Last week, Bloomberg reported that both UPS and FedEx are facing a shortage of delivery vehicles heading into the 2020 holiday season.
Typically, this time of the year, courier companies hire additional helpers and drivers in addition to leasing more equipment to handle last-mile deliveries.
But with the second surge of the COVID virus, the shift to online shopping could be more dramatic than expected, resulting in delivery companies scrambling to find last minute last-mile capacity.
Add to this problem that earlier this year the COVID pandemic slowed production of vans, there is now a shortage of vehicles available with truck and van leasing companies.
“If there’s a cargo van out there, we’re trying to buy it,” said Brendan Keegan, CEO of Merchants Fleet. The company provides vehicles to package delivery companies and this year expects to have 15,000 vans out for lease compared to 6,000 last year.
“There is definitely a shortage of units in the market, specifically raised roof cargo vans for delivery,” added Joel Eigege, vice president of rental products for Ryder System Inc.
If this trend continues, and there is no reason to believe it will slow and shift to retail sales, delivering millions of packages on time may become a challenge for all delivery companies as their logistics networks are being stretched to the maximum.
Impact On Delivery Capacity
Both UPS and FedEx claimed to Bloomberg that they don’t expect the shortage of vehicles to impact delivery capacity but they also didn’t say if they are expecting more delays than usual during this time of year.
Typically, both companies remove delivery guarantees during the busy holiday season, only leaving it in place for express service level shipments.
Amazon reportedly said it hasn’t seen signs of a shortage, but the company also has a large number of contractors that can deliver with personal vehicles, minimizing its exposure of the van shortage.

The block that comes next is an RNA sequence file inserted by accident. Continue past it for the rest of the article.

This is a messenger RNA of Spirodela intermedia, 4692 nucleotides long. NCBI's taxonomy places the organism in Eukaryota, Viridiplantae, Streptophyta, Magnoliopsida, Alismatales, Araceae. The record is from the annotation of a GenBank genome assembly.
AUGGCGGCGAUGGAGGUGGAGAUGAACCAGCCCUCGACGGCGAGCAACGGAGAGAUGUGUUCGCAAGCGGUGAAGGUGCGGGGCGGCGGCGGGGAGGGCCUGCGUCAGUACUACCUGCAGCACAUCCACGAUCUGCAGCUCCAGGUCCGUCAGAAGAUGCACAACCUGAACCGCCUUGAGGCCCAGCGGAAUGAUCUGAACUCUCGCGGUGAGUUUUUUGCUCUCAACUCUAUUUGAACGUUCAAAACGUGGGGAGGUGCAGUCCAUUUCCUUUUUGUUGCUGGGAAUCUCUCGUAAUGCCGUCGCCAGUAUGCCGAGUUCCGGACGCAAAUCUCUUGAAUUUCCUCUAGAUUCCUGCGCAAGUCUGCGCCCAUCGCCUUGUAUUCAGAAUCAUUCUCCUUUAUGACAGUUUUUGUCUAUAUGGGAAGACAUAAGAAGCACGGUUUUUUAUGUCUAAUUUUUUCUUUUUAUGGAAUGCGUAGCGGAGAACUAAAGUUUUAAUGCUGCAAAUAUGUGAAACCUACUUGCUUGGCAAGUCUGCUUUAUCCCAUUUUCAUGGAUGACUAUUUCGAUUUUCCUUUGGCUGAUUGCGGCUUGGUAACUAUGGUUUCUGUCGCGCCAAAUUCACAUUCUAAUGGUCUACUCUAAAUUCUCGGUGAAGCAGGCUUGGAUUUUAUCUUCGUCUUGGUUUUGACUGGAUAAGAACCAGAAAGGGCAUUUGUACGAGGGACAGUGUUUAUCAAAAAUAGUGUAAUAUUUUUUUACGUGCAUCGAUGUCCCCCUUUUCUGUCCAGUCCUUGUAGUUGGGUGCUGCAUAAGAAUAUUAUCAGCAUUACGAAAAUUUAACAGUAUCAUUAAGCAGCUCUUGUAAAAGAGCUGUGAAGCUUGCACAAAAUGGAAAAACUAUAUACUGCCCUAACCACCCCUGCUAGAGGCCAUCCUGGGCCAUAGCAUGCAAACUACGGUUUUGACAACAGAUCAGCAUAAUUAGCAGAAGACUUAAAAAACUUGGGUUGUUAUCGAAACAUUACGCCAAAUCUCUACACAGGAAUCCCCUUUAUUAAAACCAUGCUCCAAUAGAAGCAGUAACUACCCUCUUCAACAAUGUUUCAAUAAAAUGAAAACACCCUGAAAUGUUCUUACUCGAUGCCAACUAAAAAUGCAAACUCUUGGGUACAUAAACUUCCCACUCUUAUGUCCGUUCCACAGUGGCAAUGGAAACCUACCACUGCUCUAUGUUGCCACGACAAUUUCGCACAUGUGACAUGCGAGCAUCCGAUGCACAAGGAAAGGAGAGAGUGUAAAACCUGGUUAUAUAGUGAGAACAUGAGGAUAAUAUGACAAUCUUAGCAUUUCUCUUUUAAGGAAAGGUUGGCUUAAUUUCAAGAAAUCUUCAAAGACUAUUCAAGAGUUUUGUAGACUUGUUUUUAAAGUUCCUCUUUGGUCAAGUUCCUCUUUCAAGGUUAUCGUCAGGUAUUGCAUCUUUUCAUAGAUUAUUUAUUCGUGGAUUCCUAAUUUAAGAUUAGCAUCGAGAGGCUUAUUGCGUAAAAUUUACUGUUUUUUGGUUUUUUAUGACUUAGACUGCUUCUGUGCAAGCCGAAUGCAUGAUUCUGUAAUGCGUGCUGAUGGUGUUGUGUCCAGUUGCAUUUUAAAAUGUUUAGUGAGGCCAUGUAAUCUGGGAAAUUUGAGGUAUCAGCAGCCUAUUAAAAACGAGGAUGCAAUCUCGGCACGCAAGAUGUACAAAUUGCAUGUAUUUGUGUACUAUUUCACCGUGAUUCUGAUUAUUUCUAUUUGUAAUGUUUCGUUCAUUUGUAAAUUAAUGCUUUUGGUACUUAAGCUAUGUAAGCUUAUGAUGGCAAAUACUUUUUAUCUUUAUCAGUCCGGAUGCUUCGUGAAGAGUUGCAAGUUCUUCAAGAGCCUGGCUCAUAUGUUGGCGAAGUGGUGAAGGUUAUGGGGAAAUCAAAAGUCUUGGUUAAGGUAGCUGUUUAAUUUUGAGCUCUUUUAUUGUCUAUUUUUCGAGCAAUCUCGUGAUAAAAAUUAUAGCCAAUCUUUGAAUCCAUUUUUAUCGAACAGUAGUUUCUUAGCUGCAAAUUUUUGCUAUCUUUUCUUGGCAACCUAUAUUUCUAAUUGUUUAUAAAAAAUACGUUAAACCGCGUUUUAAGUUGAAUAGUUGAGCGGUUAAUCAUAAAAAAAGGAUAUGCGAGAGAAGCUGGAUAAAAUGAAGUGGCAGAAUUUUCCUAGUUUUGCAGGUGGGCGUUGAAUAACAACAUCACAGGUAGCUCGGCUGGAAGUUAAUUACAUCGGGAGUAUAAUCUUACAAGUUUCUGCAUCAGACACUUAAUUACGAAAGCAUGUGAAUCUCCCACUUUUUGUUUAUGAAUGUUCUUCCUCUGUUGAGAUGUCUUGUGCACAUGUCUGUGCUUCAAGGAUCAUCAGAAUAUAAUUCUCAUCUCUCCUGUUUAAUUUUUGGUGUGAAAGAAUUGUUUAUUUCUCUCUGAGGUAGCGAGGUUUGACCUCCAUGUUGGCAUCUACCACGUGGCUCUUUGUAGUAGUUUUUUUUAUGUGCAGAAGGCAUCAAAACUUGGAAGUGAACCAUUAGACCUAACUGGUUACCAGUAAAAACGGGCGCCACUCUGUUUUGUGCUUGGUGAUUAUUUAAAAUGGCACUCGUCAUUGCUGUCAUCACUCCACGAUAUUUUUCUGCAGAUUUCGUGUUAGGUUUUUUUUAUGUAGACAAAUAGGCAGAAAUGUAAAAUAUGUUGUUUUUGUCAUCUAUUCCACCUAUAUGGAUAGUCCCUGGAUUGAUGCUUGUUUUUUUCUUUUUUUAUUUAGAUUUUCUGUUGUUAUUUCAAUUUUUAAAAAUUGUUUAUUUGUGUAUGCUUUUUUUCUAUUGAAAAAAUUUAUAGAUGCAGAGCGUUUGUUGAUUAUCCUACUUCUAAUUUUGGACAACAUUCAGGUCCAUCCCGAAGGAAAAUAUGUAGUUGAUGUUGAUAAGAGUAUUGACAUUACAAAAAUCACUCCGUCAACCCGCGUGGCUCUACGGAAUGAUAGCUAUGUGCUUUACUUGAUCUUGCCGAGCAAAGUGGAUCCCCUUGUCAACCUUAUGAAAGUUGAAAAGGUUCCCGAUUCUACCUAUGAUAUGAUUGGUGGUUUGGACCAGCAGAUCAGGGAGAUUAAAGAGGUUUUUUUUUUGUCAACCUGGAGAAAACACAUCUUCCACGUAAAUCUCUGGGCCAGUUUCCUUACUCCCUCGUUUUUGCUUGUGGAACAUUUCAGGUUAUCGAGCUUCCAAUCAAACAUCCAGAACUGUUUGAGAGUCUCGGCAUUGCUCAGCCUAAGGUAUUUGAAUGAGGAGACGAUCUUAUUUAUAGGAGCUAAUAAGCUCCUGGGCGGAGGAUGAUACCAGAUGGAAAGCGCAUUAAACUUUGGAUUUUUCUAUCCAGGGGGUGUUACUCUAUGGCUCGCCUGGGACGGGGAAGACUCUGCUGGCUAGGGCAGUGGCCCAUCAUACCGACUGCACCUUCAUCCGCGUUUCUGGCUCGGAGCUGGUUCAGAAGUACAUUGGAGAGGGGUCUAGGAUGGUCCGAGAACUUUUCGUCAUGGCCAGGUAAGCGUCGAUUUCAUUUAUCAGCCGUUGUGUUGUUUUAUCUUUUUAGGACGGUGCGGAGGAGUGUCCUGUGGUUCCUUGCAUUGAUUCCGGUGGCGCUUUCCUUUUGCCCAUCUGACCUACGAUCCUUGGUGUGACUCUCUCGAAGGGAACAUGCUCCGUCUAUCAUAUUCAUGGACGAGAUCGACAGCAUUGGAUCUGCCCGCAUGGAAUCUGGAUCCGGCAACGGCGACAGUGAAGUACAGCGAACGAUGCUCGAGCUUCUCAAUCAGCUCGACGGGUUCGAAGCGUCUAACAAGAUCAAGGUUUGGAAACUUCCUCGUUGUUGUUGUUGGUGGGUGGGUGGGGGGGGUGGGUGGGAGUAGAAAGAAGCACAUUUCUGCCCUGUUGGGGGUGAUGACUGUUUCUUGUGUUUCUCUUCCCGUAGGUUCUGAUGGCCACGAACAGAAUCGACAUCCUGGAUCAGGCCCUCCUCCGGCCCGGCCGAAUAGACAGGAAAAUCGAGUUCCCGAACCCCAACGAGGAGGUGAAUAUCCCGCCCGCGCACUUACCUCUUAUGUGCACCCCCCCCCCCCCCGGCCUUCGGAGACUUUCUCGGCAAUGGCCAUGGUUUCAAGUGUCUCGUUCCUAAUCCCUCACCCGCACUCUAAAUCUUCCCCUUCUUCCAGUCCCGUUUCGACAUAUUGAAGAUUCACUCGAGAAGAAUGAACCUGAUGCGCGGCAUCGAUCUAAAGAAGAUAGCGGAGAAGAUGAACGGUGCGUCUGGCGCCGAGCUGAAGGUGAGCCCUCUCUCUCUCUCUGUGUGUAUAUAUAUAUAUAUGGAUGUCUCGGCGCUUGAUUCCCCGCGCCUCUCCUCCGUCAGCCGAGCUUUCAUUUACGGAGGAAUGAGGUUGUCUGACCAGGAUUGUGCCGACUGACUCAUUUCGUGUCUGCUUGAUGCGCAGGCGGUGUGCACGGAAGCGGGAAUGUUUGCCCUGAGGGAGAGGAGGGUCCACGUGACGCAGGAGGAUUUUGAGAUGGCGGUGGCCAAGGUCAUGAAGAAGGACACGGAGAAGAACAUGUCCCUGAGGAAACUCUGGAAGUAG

The article did not include USPS, but unlike courier companies that may impose some limits on the number of packages it will accept, especially from smaller accounts, USPS has to take every parcel.
With many small and micro businesses relying on USPS more than large online retailers, there is a possibility delivery delays at the U.S. Postal Service could increase during the holiday season.
USPS is already struggling to restore capacity that started during the COVID pandemic and became a political and legal hot potato regarding its ability to deliver mail-in ballots on time for the November 3 national election.
Therefore, it is unclear how prepared the postal service is to handle an extraordinary additional surge of parcels from small shippers when questions about its “normal” operations continue to linger.
Managing Delivery Expectations Before It’s Too Late
In years past, many online retailers could rely on shipping carriers to deliver packages on-time, even if ordered the week before Christmas. Especially courier companies improved their logistics networks to reduce transit times of orders, but late winter storms have always added to the angst of shippers.
This year, it may be necessary to promote last-minute deals earlier and disclose to customers that shipping delays due to COVID may impact orders. Unlike winter storm delays that may only last a few days, this year, the entire holiday season could face delivery delays.
Being honest and upfront will probably be the best strategy. Hopefully, many shoppers realize that ordering early is the best option to avoid a gift not showing up on time.
It will be a holiday season like none before and being a bit pro-active will be good for sellers and buyers.
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